Thursday, April 18, 2013

Lawn Diseases: Brown Patch

Lawn Diseases: BROWN PATCH

So What Exactly is Brown Patch Disease?

Large brown patch lawn disease can seriously affect the beauty of your lawn. These patches appear because of various strains of the fungus Rhizoctonia solani. During hot weather, they can emerge and destroy areas your yard overnight. Particularly in the southeastern United States, this condition can infect many types of both warm-season and cool-season lawn grasses. And unfortunately, it is one of the most damaging of all turf diseases. The problem is that many homeowners have no idea how to identify the disease, let alone how to fight it. So let’s take a look at how to identify brown patch, where it comes from, and how you can remedy it.

How Can I Spot It?

Typically, the disease will cause large and brown circular shapes of thinned-out grass. Sometimes the grass may die off and create dead spots. In other cases, the center of the patch will recover, resulting in a donut-like shape on your lawn. Keep in mind, however, that areas damaged by brown patch are not always circular. Sometimes they may also grow together and be extremely irregular in shape. Look for what appears to be a dark, smoky ring around the patches of dead grass. Infected grasses often appear perfectly healthy until they become matted-down, are infected, and start to die.


What Causes It?

Brown patch disease most often occurs in very hot, humid conditions. It is therefore very common in the southeast. Look for it when temperatures are over 85 degrees Fahrenheit in the daytime, and do not fall below 75 degrees at night. If you’ve been using lawn fertilizers with very high levels of quick-releasing nitrogen, you’ll be more likely to have the disease. So be sure to avoid these kinds of fertilizers during hot and humid weather.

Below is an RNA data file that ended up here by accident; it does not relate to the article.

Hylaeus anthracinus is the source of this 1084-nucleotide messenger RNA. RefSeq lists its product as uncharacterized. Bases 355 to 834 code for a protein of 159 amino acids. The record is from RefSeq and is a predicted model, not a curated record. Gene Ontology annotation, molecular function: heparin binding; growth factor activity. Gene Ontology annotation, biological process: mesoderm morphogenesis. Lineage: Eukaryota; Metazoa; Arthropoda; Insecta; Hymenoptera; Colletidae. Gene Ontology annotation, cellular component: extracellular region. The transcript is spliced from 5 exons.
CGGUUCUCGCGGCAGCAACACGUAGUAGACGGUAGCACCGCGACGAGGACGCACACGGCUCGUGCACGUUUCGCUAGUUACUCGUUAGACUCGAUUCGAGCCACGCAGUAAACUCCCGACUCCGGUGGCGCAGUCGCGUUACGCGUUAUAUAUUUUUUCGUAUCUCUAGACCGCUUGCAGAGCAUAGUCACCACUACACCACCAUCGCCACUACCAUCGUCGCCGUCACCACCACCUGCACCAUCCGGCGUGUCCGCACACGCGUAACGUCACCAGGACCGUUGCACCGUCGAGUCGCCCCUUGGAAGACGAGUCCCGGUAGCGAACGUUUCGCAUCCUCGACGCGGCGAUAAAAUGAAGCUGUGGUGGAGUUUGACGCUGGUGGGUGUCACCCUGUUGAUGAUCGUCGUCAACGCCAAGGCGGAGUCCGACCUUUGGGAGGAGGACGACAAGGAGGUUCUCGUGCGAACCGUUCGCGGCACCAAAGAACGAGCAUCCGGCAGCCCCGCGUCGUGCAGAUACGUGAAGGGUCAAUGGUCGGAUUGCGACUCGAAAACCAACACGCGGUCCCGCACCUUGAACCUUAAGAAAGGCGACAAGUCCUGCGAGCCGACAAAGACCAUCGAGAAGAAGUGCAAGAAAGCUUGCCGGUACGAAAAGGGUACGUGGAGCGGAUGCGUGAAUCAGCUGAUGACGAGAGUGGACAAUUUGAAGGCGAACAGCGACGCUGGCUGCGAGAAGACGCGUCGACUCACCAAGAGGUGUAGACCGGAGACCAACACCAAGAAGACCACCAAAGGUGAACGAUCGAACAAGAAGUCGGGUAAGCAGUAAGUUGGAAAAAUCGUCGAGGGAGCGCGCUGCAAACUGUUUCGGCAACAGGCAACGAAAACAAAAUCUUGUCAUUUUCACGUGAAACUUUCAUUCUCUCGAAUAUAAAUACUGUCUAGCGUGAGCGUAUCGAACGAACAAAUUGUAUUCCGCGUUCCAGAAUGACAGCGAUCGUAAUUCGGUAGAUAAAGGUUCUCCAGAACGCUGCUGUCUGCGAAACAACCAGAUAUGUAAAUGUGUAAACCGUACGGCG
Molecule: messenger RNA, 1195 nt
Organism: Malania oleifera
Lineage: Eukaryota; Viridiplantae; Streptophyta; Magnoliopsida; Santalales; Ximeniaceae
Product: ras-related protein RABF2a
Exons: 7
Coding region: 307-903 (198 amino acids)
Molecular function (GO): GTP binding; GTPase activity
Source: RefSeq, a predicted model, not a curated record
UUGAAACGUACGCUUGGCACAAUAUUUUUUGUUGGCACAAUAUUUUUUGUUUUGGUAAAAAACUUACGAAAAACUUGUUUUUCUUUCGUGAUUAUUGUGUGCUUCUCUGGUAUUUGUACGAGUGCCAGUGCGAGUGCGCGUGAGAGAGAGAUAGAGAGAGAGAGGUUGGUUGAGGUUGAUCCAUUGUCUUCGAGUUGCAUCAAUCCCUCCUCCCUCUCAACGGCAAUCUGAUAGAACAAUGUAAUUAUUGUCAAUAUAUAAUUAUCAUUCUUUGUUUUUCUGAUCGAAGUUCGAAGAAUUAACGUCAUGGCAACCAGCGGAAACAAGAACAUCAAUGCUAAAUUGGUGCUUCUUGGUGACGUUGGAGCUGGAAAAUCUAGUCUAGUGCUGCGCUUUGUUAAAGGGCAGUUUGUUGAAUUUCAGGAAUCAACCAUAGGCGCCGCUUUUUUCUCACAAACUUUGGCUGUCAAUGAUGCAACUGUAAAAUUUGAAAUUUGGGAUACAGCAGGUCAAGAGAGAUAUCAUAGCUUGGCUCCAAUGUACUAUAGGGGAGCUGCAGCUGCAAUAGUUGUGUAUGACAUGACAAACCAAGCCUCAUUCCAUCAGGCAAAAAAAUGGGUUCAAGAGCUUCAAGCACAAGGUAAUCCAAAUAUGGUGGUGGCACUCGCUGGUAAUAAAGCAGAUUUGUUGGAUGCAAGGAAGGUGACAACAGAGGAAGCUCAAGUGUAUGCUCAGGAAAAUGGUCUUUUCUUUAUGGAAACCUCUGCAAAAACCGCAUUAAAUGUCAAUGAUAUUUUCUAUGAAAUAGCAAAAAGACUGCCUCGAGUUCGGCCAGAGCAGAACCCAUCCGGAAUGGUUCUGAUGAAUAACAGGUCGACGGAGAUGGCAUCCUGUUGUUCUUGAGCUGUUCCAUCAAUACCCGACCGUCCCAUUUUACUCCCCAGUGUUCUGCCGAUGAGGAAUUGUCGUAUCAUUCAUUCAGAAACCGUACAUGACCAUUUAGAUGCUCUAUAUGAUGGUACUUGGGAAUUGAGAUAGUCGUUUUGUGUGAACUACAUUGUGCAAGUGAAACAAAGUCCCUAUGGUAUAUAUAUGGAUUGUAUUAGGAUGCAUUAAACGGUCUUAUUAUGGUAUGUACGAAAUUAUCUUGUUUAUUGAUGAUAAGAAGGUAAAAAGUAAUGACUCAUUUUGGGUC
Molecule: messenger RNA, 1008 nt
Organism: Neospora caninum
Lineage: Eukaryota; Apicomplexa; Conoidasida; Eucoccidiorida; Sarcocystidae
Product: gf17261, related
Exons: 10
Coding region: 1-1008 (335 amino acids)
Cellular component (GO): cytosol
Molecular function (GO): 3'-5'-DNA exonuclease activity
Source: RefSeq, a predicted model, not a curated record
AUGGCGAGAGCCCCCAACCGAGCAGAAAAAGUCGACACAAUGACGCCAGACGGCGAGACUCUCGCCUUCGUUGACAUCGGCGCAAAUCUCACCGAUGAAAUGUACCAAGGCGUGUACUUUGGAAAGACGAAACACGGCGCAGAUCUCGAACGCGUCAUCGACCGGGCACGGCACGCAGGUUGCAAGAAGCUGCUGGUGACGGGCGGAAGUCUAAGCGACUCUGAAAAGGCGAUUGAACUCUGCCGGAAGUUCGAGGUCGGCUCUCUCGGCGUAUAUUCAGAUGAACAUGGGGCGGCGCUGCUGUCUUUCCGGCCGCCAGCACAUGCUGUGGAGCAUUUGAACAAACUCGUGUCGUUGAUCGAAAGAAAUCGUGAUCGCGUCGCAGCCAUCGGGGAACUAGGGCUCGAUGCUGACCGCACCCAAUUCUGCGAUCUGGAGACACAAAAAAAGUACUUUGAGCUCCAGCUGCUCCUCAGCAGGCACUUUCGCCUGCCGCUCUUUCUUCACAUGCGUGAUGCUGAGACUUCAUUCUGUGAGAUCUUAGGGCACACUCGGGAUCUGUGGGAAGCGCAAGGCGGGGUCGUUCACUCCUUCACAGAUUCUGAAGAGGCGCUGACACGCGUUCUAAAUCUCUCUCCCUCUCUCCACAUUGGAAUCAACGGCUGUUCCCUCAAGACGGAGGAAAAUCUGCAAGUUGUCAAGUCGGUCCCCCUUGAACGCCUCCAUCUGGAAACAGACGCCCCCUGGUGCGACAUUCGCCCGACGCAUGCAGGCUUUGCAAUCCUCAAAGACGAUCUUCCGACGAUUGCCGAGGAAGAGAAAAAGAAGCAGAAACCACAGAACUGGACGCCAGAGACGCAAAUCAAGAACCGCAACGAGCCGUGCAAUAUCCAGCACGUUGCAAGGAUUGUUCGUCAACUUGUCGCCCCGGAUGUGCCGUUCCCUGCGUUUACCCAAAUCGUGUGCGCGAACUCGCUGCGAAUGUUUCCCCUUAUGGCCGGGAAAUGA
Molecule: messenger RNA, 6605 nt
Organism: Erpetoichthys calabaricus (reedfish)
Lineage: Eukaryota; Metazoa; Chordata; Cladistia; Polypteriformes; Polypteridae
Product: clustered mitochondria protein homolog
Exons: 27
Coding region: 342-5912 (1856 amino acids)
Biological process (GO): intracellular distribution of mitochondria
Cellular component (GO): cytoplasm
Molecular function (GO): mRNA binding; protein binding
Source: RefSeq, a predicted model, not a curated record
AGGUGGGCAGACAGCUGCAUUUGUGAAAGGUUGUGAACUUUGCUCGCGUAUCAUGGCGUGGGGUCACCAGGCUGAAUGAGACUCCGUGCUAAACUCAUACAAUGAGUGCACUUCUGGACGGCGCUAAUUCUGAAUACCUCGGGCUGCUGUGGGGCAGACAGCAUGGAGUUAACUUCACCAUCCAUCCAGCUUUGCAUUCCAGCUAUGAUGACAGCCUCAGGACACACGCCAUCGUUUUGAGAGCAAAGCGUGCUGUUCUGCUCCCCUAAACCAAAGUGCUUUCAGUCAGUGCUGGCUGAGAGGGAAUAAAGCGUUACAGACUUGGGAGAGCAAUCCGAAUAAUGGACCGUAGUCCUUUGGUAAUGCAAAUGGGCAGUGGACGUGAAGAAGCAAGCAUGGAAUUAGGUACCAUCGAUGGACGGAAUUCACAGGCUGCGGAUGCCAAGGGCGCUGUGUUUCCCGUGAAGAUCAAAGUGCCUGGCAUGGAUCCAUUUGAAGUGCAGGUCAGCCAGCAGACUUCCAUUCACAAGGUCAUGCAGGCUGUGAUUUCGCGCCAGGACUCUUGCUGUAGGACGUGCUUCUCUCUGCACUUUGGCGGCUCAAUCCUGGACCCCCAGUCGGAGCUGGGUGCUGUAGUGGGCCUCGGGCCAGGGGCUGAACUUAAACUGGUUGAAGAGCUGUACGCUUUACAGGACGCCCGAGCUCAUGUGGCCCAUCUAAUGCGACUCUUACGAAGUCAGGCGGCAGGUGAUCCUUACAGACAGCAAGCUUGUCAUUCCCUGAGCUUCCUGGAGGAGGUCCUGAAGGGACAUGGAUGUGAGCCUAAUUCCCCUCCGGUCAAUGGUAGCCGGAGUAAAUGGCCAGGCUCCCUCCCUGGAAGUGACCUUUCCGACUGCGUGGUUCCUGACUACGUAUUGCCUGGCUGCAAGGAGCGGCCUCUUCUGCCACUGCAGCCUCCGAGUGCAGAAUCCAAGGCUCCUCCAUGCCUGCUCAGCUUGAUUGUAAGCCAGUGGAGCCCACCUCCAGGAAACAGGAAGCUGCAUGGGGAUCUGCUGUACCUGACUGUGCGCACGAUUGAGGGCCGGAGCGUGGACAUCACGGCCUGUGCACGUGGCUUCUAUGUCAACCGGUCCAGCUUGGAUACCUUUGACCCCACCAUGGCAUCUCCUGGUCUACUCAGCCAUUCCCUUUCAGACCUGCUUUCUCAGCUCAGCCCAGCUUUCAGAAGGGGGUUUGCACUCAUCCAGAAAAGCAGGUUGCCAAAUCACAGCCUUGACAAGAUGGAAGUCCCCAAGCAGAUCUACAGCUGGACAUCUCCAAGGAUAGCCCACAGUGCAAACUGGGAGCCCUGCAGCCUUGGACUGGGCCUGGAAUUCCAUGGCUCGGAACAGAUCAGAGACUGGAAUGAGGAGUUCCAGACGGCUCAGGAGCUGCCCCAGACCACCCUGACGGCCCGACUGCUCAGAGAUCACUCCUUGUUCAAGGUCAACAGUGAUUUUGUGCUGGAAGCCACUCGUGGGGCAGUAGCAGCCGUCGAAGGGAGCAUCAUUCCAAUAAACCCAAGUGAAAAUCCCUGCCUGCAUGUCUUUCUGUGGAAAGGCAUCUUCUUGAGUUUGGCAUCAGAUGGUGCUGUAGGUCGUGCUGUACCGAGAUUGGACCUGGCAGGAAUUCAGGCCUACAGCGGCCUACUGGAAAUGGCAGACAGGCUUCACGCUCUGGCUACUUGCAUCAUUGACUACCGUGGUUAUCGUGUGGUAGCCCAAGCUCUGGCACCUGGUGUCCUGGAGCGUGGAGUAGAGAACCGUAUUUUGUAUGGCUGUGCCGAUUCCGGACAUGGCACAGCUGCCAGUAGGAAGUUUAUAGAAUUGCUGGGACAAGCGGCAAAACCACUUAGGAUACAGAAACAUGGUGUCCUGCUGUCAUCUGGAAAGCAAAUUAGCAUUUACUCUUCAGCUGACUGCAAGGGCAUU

What Can I Do About It?

The most effective solution for brown patch disease is prevention in the first place. Follow generally accepted lawn care principles (mowing to the right height, giving 1 inch of water per week) and be sure to do your watering early in the day. Avoid excess nitrogen from overfertilization and aerate your soil regularly. When it comes to treating the disease itself, fungicide may be necessary, in which case you’ll want to contact a professional.

-- Philip

Image credit: Garden Supply Company

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